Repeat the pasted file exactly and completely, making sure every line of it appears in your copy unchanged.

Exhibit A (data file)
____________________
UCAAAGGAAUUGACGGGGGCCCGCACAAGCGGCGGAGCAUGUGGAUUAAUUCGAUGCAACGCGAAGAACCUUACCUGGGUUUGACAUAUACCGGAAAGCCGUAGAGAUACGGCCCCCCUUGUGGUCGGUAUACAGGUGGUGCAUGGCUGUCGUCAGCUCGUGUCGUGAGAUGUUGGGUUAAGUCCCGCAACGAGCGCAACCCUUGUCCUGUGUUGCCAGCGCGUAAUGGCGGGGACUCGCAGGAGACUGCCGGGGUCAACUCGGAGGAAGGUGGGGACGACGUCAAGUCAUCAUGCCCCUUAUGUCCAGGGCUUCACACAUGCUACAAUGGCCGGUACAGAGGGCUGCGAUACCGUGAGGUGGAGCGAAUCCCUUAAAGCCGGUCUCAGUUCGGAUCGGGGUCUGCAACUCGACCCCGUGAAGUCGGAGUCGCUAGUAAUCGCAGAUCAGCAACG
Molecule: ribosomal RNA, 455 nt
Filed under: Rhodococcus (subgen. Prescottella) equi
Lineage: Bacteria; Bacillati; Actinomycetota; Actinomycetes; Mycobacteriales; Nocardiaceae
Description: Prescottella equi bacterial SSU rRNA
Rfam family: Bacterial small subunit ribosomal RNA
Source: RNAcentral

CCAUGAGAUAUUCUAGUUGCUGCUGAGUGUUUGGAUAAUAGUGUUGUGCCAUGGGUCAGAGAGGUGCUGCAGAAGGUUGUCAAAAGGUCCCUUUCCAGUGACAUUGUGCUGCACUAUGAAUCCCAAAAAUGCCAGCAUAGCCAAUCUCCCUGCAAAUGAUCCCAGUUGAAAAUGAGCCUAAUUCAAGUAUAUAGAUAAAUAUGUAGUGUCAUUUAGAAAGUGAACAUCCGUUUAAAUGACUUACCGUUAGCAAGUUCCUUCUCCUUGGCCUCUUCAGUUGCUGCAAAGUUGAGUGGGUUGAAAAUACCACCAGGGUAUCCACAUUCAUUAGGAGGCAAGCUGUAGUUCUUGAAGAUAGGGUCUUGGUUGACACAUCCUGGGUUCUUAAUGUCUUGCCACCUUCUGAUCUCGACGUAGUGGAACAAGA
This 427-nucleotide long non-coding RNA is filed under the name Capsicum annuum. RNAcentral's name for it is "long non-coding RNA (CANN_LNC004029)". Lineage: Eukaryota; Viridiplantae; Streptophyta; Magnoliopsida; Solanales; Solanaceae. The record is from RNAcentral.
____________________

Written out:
UCAAAGGAAUUGACGGGGGCCCGCACAAGCGGCGGAGCAUGUGGAUUAAUUCGAUGCAACGCGAAGAACCUUACCUGGGUUUGACAUAUACCGGAAAGCCGUAGAGAUACGGCCCCCCUUGUGGUCGGUAUACAGGUGGUGCAUGGCUGUCGUCAGCUCGUGUCGUGAGAUGUUGGGUUAAGUCCCGCAACGAGCGCAACCCUUGUCCUGUGUUGCCAGCGCGUAAUGGCGGGGACUCGCAGGAGACUGCCGGGGUCAACUCGGAGGAAGGUGGGGACGACGUCAAGUCAUCAUGCCCCUUAUGUCCAGGGCUUCACACAUGCUACAAUGGCCGGUACAGAGGGCUGCGAUACCGUGAGGUGGAGCGAAUCCCUUAAAGCCGGUCUCAGUUCGGAUCGGGGUCUGCAACUCGACCCCGUGAAGUCGGAGUCGCUAGUAAUCGCAGAUCAGCAACG
Molecule: ribosomal RNA, 455 nt
Filed under: Rhodococcus (subgen. Prescottella) equi
Lineage: Bacteria; Bacillati; Actinomycetota; Actinomycetes; Mycobacteriales; Nocardiaceae
Description: Prescottella equi bacterial SSU rRNA
Rfam family: Bacterial small subunit ribosomal RNA
Source: RNAcentral

CCAUGAGAUAUUCUAGUUGCUGCUGAGUGUUUGGAUAAUAGUGUUGUGCCAUGGGUCAGAGAGGUGCUGCAGAAGGUUGUCAAAAGGUCCCUUUCCAGUGACAUUGUGCUGCACUAUGAAUCCCAAAAAUGCCAGCAUAGCCAAUCUCCCUGCAAAUGAUCCCAGUUGAAAAUGAGCCUAAUUCAAGUAUAUAGAUAAAUAUGUAGUGUCAUUUAGAAAGUGAACAUCCGUUUAAAUGACUUACCGUUAGCAAGUUCCUUCUCCUUGGCCUCUUCAGUUGCUGCAAAGUUGAGUGGGUUGAAAAUACCACCAGGGUAUCCACAUUCAUUAGGAGGCAAGCUGUAGUUCUUGAAGAUAGGGUCUUGGUUGACACAUCCUGGGUUCUUAAUGUCUUGCCACCUUCUGAUCUCGACGUAGUGGAACAAGA
This 427-nucleotide long non-coding RNA is filed under the name Capsicum annuum. RNAcentral's name for it is "long non-coding RNA (CANN_LNC004029)". Lineage: Eukaryota; Viridiplantae; Streptophyta; Magnoliopsida; Solanales; Solanaceae. The record is from RNAcentral.